This historical survey focuses on the memoirs of Catharina Schrader, a Frisian midwife in the eighteenth century, as a lens into beliefs about maternal impression and monstrous births during the early modern period. The then popular theory of maternal impression, where pregnant women could impact their gestating fetus’s appearance or characteristics through their behavior, thoughts, and feelings, was used to explain many instances of monstrous births. Monstrosity, now understood as congenital defects or disabilities, was seen as a result and marker of pregnant women’s moral failings. Using examples of monstrous births from Schrader’s memoirs, I analyze the threat of maternal impression causing monstrosity as a form of control over women’s sexuality, behavior, and desires, focusing on themes of God, sex, motherhood, and paternity. I also link the ideas about maternal impression and monstrous births from Schrader’s world in the eighteenth century Netherlands to modern conceptions of pregnancy and childbirth, exposing the similarities and differences between these ideologies of reproduction.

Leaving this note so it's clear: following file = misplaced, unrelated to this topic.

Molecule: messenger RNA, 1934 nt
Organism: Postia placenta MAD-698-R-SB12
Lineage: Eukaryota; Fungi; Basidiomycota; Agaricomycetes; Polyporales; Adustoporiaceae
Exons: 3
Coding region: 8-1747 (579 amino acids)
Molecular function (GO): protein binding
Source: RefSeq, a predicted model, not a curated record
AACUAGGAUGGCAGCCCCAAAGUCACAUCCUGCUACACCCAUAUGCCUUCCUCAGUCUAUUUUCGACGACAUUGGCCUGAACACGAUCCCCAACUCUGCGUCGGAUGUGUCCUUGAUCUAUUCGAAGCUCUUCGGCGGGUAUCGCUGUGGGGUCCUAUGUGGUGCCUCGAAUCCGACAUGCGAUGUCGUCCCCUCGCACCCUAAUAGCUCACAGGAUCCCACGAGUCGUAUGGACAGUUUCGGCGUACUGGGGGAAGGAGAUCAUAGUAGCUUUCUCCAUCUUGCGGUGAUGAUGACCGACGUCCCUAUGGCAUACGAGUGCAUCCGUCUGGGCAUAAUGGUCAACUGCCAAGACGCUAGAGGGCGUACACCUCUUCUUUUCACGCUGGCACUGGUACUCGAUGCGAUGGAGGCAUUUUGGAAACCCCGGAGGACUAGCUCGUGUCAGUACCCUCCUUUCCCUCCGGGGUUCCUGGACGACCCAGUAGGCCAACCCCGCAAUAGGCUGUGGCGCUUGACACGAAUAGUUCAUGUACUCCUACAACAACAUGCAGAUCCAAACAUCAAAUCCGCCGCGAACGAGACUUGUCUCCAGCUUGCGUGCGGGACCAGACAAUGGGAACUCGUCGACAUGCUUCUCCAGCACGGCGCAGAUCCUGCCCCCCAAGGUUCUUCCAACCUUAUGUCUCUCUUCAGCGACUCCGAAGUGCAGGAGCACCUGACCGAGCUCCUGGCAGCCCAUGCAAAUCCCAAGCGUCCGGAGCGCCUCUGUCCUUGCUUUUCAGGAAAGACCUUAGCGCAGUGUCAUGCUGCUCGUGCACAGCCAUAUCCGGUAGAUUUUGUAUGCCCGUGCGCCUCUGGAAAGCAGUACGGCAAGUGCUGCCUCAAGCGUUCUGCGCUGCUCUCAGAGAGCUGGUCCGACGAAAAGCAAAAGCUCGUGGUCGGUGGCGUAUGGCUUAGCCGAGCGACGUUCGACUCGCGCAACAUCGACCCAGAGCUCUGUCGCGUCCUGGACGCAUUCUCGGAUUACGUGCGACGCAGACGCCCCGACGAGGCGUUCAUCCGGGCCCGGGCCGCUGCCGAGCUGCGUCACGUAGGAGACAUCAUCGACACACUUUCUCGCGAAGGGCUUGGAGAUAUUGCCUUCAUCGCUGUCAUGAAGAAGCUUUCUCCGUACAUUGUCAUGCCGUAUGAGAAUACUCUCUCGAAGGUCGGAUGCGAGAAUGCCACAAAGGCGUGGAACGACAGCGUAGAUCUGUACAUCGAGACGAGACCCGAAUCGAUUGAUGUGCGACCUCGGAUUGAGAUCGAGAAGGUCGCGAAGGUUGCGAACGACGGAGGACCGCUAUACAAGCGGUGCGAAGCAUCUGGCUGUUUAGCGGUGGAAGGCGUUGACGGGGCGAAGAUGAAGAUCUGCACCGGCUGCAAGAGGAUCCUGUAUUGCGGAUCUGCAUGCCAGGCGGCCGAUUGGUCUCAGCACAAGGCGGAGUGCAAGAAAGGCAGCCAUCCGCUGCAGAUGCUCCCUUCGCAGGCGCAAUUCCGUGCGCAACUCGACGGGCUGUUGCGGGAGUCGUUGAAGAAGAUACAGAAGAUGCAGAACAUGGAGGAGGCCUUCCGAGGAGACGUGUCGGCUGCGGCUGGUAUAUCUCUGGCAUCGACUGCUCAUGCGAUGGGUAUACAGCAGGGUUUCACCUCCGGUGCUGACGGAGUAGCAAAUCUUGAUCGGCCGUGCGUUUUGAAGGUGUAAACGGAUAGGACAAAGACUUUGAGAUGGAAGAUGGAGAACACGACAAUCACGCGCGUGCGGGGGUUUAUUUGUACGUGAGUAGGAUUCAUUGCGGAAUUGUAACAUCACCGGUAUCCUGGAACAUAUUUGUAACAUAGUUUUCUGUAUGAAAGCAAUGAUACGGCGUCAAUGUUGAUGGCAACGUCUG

Dutch Studies | Family, Life Course, and Society | Feminist, Gender, and Sexuality Studies | Gender and Sexuality | Obstetrics and Gynecology | Women's Studies
Hollar, Sara, "“Oh Lord, Save Us from Such Monsters:” Maternal Impression and Monstrous Births in the Eighteenth-Century Netherlands" (2019). Independent Study Project (ISP) Collection. 3041.